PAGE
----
3.   Get to know the writing environment
4.   Develop a consistent layout and structure
5.   Develop highly effective writing style
6.   Master the tools of the trade
7.   Understand the publishing process




Publishing Your Research
Correct the Grammar
 I find that confusion often “clouds” the exact meaning of
  the term innovation. Tidd et al. (1997) have excellent
  findings that state that “novelty is very much in the eye
  of the beholder”. In it’s broadest sense, the term
  originates from the Latin innovare, meaning “to make
  something new”. It’s obvious that innovation is a process
  of turning opportunity into new ideas and of putting
  these ideas into widely used practice. According to Tidd
  et al. (1997), innovation is a core process concerned
  with renewing what the organization offers and
  optimising the way it generates and delivers its output.
  We are all aware of the importance of innovation for
  business growth and there are many advantages.
  Howard (2003) discusses 5 disadvantages. Overall there
  is a need for a new paradigm in the way we
  conceptualise and materialise innovation.


Publishing Your Research
1. Understand your research goals
 Obtain a higher degree
 Create new knowledge
 Publish new knowledge

 Set Targets (lead author)

           Publication      Year 1      Year 2       Year 3
           Conf. Papers       1            1            1
           Journal Papers     0            1            1
           Thesis             0            0            1

                             Double or triple if you co-author!



Publishing Your Research
Publish or Perish!

 UK Research Assessment Exercise (RAE)
      Number of top Journal Publications
      …leads to increased funding


 Appointments and Promotions
      Journal papers are a key metric in awarding
       appointments and promotion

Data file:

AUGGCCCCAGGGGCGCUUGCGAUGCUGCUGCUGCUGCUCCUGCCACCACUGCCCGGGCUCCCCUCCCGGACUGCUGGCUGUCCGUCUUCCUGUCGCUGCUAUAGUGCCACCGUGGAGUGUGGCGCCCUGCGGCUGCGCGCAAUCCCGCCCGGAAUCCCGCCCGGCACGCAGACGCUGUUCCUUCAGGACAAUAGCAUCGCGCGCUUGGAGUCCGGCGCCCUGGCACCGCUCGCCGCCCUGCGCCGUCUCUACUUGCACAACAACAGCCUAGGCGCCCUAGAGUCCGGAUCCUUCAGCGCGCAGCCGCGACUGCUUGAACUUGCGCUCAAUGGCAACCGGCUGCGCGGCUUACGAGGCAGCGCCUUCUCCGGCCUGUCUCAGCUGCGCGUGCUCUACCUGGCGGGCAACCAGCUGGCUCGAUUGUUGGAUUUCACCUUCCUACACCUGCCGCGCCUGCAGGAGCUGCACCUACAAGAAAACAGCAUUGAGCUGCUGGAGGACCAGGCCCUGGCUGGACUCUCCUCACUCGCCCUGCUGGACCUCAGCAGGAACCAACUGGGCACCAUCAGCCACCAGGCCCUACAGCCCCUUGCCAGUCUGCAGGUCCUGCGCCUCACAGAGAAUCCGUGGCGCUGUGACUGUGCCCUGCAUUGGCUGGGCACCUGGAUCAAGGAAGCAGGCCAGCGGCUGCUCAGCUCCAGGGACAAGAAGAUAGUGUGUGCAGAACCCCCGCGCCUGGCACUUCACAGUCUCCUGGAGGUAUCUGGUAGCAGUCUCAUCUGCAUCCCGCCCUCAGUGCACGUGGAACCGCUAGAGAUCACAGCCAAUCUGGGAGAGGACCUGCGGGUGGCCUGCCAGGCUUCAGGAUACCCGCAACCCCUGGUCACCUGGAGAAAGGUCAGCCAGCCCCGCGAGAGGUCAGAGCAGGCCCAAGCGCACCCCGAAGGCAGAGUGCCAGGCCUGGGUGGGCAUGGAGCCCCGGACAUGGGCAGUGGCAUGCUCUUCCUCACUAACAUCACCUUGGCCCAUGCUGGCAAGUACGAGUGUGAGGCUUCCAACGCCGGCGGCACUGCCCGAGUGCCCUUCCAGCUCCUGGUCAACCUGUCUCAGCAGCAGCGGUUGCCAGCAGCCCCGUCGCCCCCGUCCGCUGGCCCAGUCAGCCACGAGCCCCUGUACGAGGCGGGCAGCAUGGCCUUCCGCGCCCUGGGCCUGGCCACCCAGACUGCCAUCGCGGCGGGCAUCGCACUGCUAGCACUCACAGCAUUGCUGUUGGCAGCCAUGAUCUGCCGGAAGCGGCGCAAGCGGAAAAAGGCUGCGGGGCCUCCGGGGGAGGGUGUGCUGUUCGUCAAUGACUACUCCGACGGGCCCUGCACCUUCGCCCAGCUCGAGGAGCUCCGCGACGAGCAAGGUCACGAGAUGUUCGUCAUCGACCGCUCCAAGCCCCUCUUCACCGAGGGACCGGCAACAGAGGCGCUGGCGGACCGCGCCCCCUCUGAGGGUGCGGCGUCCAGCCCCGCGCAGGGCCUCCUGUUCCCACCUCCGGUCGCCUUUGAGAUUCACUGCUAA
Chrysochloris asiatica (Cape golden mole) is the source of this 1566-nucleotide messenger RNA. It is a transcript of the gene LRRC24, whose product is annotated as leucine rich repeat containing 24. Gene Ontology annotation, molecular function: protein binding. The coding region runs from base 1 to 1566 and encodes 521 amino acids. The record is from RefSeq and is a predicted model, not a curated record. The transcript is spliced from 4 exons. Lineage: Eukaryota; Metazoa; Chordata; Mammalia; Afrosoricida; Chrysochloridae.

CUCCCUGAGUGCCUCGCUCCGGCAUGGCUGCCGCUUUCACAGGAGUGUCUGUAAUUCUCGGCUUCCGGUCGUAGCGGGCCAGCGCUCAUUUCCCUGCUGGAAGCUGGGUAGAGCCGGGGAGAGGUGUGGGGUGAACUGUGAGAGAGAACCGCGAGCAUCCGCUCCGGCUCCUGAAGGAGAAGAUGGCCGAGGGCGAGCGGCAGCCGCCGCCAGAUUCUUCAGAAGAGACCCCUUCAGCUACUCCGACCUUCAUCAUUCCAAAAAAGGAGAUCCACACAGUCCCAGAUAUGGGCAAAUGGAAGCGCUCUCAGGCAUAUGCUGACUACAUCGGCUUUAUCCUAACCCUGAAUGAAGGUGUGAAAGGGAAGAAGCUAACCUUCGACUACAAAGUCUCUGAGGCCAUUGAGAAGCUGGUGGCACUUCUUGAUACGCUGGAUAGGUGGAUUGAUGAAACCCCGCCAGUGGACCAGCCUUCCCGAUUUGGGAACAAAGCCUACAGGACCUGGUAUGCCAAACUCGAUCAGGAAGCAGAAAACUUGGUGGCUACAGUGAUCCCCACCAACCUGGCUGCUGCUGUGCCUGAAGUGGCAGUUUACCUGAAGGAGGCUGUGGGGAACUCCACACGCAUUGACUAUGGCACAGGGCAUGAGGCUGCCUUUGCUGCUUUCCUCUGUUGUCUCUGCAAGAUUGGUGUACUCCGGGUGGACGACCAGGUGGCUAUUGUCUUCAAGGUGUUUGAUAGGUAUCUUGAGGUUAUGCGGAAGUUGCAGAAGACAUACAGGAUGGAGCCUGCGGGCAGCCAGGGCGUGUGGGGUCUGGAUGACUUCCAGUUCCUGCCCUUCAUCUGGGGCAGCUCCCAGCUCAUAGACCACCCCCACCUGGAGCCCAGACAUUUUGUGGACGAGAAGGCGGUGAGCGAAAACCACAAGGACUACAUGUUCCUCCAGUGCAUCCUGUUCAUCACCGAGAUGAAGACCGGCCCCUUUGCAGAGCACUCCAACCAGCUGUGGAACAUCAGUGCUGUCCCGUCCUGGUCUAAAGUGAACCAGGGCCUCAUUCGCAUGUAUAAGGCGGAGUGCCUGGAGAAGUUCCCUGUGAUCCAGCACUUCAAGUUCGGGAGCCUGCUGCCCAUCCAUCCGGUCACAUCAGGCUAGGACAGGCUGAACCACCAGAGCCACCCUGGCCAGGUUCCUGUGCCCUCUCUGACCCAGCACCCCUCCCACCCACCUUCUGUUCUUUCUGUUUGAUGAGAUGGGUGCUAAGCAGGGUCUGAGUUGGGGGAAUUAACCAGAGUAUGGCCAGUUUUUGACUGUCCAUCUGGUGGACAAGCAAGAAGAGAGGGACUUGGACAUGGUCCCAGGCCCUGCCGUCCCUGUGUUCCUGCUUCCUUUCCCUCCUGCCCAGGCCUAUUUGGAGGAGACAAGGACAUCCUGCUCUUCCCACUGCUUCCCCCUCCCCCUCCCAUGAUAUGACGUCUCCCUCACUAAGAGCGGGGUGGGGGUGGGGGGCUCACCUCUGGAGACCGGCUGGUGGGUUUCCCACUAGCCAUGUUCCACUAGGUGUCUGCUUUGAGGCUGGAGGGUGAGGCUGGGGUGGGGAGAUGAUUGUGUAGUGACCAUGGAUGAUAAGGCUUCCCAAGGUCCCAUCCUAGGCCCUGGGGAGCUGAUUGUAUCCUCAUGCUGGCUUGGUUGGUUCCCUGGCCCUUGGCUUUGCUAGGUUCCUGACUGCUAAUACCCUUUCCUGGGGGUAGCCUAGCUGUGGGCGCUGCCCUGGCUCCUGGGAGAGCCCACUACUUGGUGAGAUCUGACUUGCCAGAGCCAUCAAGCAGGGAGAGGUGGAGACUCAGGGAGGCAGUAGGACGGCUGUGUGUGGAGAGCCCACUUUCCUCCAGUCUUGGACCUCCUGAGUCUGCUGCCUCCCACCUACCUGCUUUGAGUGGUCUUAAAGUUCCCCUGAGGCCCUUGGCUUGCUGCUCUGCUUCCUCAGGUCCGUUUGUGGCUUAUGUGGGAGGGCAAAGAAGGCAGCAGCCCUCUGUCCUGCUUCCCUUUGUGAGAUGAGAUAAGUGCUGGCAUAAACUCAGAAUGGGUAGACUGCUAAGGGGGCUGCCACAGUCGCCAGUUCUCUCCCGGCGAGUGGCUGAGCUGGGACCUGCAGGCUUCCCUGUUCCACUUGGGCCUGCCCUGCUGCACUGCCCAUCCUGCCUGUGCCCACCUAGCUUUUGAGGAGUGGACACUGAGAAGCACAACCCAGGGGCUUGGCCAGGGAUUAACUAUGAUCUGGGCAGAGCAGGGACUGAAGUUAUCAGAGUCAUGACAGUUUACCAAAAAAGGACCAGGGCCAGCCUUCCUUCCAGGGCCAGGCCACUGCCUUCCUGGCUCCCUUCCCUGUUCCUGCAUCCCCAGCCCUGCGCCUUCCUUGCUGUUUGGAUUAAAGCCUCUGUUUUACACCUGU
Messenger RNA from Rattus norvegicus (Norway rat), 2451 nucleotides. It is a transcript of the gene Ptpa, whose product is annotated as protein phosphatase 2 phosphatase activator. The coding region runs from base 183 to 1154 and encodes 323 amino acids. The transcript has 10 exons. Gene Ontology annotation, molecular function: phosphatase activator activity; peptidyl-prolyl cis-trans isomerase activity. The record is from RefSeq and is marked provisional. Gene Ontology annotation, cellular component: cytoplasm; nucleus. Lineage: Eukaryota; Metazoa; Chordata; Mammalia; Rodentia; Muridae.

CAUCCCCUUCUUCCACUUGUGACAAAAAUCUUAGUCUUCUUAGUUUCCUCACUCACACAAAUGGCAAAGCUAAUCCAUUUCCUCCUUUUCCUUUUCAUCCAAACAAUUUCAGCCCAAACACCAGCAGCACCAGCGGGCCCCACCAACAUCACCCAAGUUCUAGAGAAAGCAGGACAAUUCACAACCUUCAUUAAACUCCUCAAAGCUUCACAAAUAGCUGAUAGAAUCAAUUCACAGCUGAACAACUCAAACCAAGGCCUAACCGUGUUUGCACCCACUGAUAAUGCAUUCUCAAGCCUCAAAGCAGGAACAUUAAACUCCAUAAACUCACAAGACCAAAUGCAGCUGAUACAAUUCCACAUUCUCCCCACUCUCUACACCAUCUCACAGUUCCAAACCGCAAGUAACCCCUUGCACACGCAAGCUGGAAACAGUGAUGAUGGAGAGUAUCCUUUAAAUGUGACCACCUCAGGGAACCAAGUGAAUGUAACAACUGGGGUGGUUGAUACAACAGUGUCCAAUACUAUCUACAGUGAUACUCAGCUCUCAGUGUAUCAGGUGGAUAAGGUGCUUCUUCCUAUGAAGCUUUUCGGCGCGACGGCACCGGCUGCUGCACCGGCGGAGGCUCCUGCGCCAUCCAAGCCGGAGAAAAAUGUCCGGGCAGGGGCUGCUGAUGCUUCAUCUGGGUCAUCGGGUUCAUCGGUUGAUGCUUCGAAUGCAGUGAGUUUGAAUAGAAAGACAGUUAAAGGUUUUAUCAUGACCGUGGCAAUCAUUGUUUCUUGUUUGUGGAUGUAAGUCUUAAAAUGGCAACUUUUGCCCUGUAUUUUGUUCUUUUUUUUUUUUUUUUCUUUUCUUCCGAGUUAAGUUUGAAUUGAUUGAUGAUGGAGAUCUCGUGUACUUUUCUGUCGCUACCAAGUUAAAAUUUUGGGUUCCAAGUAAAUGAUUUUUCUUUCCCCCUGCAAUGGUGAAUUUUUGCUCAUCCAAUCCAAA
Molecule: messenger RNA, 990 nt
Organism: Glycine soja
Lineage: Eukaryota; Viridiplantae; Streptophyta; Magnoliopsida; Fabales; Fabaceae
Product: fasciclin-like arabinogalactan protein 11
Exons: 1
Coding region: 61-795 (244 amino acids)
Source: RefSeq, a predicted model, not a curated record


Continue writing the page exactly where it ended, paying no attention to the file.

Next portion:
 Research Grants
      Lead researchers and importance of ideas often
       defined by publication record

Publishing Your Research
Collaboration with others

 Build relationships with potential co-authors
      Synergy
      Variety
      Or simply “sharing the workload”
 Follow the Leader!
 Lead the Follower!




Publishing Your Research
2. Finding a focus for your research

 Create your own ideas
 Sell and validate your ideas:
      Supervisor/ Director
      Fellow researchers/ Co-authors
      Editors/ Reviewers
 Read then Brainstorm

                            Don’t be afraid to sell an idea
                           - then later change your mind


Publishing Your Research
What makes good research?

 Quantifiable problem
 Clear methodology
      Previous research/solutions, Hypothesis, …
 Innovative solution
      Method, process, model, software, algorithm,
       etc.
 Testing and validation




Publishing Your Research
Creativity
‘Bringing unrelated
things together’




Publishing Your Research
“Stewing Pot”
                            Topic 2      Topic 3
                            (Intranet)   (Teams)
                 Topic 1                           Topic 4
                 (Innovation)                      (Semantics)




                                                   Semantic Innovation
                                                   Management across the
                                                   Extended Enterprise




Publishing Your Research
Creativity Tools           > Mind Mapping




Publishing Your Research
Creativity Tools           > Personal Brain




Publishing Your Research
Exercise

 Create a simple mind-map of your research
  keywords




Publishing Your Research
3. Get to know the writing environment

 What Journals/Books are available?
 Top seven journals in your field?
 Journal affiliations of your
  supervisor/colleagues?

 Create a ‘Journal Boxfile’